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ALDOB gene

aldolase, fructose-bisphosphate B
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Normal Function

The ALDOB gene provides instructions for making the aldolase B enzyme. This enzyme is one of a group of three aldolase enzymes that are responsible for breaking down certain molecules in cells throughout the body. Four identical aldolase B enzymes need to be attached (bound) to each other in a four-enzyme unit called a tetramer to work.

Aldolase B is found primarily in the liver, but it is also present at lower levels in kidney and intestinal cells. Aldolase B is involved in the breakdown (metabolism) of the simple sugar fructose, which is found mostly in fruits and is used in the body for energy. Aldolase B is responsible for the second step in the metabolism of fructose, which breaks down the molecule fructose-1-phosphate into glyceraldehyde and dihydroxyacetone phosphate. To a lesser degree, aldolase B is also involved in the breakdown of the simple sugar glucose.

Health Conditions Related to Genetic Changes

Hereditary fructose intolerance

More than 50 mutations in the ALDOB gene have been found to cause hereditary fructose intolerance, a condition characterized by nausea and intestinal discomfort following ingestion of foods containing fructose. Most of these mutations replace single protein building blocks (amino acids) in the aldolase B enzyme and result in the production of an enzyme with reduced function. A mutation found in approximately half of people with hereditary fructose intolerance replaces the amino acid alanine with the amino acid proline at position 149 in the enzyme (written as Ala149Pro or A149P). This mutation alters the 3-dimensional shape of the enzyme. Alteration of the shape of the enzyme makes it difficult for the aldolase B enzymes to bind together and form tetramers. If it is not in a tetramer, aldolase B cannot metabolize fructose.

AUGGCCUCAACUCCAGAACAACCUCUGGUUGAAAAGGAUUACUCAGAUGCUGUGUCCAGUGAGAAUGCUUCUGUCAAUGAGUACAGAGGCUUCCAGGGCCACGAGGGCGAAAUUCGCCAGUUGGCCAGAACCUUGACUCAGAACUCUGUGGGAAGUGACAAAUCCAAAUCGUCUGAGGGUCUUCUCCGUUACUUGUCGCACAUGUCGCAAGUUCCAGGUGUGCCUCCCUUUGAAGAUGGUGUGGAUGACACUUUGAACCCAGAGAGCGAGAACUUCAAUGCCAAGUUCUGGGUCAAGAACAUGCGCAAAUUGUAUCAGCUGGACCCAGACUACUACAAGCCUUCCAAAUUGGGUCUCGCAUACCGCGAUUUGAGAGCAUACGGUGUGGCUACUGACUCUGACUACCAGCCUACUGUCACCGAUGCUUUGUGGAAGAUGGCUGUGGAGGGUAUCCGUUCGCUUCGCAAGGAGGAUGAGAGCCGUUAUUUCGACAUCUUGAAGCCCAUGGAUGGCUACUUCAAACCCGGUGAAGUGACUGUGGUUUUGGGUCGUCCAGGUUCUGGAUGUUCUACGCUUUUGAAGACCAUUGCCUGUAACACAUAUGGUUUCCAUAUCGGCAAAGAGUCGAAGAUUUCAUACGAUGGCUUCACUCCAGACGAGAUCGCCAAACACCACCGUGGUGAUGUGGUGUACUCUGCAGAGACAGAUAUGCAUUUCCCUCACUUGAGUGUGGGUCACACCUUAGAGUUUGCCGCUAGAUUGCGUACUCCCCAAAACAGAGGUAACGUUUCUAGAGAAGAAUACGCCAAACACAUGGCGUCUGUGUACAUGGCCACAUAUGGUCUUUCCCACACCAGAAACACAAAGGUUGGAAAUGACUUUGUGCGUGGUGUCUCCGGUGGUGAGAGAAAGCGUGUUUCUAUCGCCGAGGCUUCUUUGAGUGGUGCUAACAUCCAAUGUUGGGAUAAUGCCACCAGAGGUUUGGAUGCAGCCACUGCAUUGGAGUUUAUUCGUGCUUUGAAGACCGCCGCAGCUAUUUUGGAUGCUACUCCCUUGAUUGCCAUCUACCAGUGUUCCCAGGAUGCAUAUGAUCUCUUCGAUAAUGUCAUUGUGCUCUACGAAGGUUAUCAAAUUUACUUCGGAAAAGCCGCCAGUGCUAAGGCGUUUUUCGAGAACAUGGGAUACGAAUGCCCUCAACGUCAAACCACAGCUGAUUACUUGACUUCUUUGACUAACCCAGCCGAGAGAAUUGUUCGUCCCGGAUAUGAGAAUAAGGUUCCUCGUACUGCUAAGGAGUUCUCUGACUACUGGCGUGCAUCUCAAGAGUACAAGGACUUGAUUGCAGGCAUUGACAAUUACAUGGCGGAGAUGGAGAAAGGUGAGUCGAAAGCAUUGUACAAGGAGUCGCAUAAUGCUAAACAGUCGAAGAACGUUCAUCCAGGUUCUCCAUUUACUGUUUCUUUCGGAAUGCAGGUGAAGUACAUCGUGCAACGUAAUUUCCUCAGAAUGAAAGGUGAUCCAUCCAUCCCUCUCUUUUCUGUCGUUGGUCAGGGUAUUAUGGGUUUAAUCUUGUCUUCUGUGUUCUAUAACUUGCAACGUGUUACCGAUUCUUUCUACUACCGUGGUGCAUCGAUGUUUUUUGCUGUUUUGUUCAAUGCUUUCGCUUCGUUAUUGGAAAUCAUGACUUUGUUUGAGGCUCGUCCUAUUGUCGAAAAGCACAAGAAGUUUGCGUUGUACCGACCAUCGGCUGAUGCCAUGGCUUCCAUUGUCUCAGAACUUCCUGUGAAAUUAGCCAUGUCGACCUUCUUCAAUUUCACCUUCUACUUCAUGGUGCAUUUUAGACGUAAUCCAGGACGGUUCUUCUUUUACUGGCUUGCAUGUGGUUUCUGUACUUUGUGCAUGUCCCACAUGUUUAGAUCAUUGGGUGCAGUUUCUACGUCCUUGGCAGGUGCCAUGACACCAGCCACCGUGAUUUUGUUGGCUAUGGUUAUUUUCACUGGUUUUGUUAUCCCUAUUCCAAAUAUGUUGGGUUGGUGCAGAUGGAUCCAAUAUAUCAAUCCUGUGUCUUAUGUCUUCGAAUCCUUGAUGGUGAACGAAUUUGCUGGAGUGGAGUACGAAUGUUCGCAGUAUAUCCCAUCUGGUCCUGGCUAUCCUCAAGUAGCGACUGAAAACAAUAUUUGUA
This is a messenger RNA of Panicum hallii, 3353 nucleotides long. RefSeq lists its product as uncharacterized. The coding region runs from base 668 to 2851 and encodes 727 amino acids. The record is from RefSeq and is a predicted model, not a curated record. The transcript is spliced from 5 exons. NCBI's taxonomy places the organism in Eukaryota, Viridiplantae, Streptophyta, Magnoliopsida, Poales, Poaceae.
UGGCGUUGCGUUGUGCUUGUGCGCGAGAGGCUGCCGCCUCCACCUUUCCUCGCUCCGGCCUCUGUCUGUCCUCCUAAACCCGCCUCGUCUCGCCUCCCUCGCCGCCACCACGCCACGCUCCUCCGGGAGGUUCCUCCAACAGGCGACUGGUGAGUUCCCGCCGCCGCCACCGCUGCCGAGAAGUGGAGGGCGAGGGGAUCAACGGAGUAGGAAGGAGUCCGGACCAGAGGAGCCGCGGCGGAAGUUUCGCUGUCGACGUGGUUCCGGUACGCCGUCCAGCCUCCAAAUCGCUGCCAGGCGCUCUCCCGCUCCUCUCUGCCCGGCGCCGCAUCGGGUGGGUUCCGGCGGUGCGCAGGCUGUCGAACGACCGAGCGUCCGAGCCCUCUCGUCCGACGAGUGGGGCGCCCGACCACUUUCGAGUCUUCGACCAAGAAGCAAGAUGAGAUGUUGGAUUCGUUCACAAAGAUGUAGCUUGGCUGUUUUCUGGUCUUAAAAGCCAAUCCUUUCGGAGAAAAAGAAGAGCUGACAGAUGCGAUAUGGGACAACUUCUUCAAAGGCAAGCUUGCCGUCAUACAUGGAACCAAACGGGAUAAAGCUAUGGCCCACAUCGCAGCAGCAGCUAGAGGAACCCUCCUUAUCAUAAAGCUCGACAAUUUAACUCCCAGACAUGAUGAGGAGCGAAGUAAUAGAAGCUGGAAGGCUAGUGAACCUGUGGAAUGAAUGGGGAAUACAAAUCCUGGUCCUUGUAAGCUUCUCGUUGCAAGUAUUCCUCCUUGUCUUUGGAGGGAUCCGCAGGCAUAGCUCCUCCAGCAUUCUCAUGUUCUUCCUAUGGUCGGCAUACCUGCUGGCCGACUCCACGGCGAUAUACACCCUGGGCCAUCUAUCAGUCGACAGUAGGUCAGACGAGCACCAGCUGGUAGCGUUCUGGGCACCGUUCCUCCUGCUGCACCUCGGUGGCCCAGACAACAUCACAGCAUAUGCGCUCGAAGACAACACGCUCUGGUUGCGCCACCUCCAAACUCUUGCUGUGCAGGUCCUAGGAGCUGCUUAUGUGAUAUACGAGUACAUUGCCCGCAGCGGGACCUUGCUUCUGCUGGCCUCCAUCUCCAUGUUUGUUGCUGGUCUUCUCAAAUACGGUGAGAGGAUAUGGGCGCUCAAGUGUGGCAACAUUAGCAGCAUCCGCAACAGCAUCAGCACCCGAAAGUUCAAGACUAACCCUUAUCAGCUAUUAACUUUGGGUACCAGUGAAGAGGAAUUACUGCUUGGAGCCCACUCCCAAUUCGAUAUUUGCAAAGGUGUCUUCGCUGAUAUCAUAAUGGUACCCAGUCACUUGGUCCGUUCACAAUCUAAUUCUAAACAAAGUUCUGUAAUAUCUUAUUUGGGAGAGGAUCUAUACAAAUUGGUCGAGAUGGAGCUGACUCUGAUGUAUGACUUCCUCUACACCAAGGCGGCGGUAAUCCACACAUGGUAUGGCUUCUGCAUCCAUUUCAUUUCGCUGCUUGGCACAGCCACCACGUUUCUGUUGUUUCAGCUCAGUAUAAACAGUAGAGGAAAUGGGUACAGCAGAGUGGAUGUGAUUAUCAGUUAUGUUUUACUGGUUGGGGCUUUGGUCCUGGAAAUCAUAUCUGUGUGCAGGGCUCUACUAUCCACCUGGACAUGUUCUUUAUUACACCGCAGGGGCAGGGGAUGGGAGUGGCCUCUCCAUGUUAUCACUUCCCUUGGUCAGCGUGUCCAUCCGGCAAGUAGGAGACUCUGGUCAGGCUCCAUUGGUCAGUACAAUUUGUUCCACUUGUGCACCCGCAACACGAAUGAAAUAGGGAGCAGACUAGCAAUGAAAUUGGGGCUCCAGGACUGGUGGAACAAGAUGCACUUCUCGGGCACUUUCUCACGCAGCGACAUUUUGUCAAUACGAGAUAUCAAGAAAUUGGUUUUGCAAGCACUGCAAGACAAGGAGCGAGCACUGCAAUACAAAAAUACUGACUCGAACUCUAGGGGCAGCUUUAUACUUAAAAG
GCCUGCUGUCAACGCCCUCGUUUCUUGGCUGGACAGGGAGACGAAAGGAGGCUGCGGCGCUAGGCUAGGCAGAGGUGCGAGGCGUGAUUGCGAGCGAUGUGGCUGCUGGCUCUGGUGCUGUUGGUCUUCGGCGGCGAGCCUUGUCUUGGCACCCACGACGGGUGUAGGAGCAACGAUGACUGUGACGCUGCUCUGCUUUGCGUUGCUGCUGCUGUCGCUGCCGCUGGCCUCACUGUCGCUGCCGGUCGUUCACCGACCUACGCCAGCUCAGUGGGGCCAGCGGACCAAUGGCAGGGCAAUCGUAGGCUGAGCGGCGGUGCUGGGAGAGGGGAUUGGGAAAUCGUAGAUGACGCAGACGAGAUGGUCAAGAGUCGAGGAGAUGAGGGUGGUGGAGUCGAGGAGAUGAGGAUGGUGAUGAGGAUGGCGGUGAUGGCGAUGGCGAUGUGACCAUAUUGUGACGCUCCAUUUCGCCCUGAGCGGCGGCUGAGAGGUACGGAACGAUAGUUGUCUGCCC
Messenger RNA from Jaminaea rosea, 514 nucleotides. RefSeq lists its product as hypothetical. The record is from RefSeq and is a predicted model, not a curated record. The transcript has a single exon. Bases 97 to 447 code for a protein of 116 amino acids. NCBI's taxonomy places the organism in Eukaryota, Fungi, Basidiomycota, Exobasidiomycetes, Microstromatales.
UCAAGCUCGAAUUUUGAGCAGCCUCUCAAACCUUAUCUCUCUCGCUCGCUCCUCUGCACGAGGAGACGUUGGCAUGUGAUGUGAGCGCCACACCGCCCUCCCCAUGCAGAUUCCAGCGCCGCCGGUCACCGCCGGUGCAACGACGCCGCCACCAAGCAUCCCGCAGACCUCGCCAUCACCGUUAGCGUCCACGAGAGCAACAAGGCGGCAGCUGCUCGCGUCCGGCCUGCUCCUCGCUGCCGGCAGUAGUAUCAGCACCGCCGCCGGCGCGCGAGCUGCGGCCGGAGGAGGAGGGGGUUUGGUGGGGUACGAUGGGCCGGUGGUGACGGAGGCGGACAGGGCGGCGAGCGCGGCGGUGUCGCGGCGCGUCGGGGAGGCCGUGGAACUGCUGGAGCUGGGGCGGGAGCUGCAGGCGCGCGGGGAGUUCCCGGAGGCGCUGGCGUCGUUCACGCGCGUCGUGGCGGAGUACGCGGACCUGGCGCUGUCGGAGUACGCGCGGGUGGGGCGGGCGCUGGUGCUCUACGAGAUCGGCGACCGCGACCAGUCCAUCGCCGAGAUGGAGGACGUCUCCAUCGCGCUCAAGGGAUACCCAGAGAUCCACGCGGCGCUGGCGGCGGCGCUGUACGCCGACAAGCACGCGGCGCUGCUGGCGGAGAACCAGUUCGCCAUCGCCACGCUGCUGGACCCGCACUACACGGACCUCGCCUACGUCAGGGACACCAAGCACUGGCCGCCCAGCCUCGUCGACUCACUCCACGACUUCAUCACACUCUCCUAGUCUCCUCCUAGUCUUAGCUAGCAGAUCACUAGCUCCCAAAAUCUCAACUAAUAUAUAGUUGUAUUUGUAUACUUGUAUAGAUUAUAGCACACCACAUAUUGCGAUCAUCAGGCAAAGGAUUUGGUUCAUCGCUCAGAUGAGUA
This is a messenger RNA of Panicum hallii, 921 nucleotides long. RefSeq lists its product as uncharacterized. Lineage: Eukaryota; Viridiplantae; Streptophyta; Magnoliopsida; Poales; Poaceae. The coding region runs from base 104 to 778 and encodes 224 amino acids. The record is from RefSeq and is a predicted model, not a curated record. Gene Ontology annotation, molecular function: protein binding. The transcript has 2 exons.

A lack of functional aldolase B results in an accumulation of fructose-1-phosphate in liver cells. This buildup is toxic, resulting in the death of liver cells over time. Additionally, the breakdown products of fructose-1-phosphase are needed in the body to produce energy and to maintain blood sugar levels. The combination of decreased cellular energy, low blood sugar, and liver cell death leads to the features of hereditary fructose intolerance.

More About This Health Condition

Other Names for This Gene

  • ALDB
  • ALDO2
  • ALDOB_HUMAN
  • aldolase 2
  • aldolase B, fructose-bisphosphatase
  • aldolase B, fructose-bisphosphate
  • fructose-bisphosphate aldolase B
  • liver-type aldolase

Additional Information & Resources

Tests Listed in the Genetic Testing Registry

Scientific Articles on PubMed

Catalog of Genes and Diseases from OMIM

Research Resources

References

  • Dalby AR, Tolan DR, Littlechild JA. The structure of human liver fructose-1,6-bisphosphate aldolase. Acta Crystallogr D Biol Crystallogr. 2001 Nov;57(Pt 11):1526-33. Epub 2001 Oct 25. Citation on PubMed
  • Esposito G, Vitagliano L, Santamaria R, Viola A, Zagari A, Salvatore F. Structural and functional analysis of aldolase B mutants related to hereditary fructose intolerance. FEBS Lett. 2002 Nov 6;531(2):152-6. Citation on PubMed
  • Malay AD, Allen KN, Tolan DR. Structure of the thermolabile mutant aldolase B, A149P: molecular basis of hereditary fructose intolerance. J Mol Biol. 2005 Mar 18;347(1):135-44. Epub 2005 Jan 20. Citation on PubMed
  • Santer R, Rischewski J, von Weihe M, Niederhaus M, Schneppenheim S, Baerlocher K, Kohlschütter A, Muntau A, Posselt HG, Steinmann B, Schneppenheim R. The spectrum of aldolase B (ALDOB) mutations and the prevalence of hereditary fructose intolerance in Central Europe. Hum Mutat. 2005 Jun;25(6):594. Citation on PubMed
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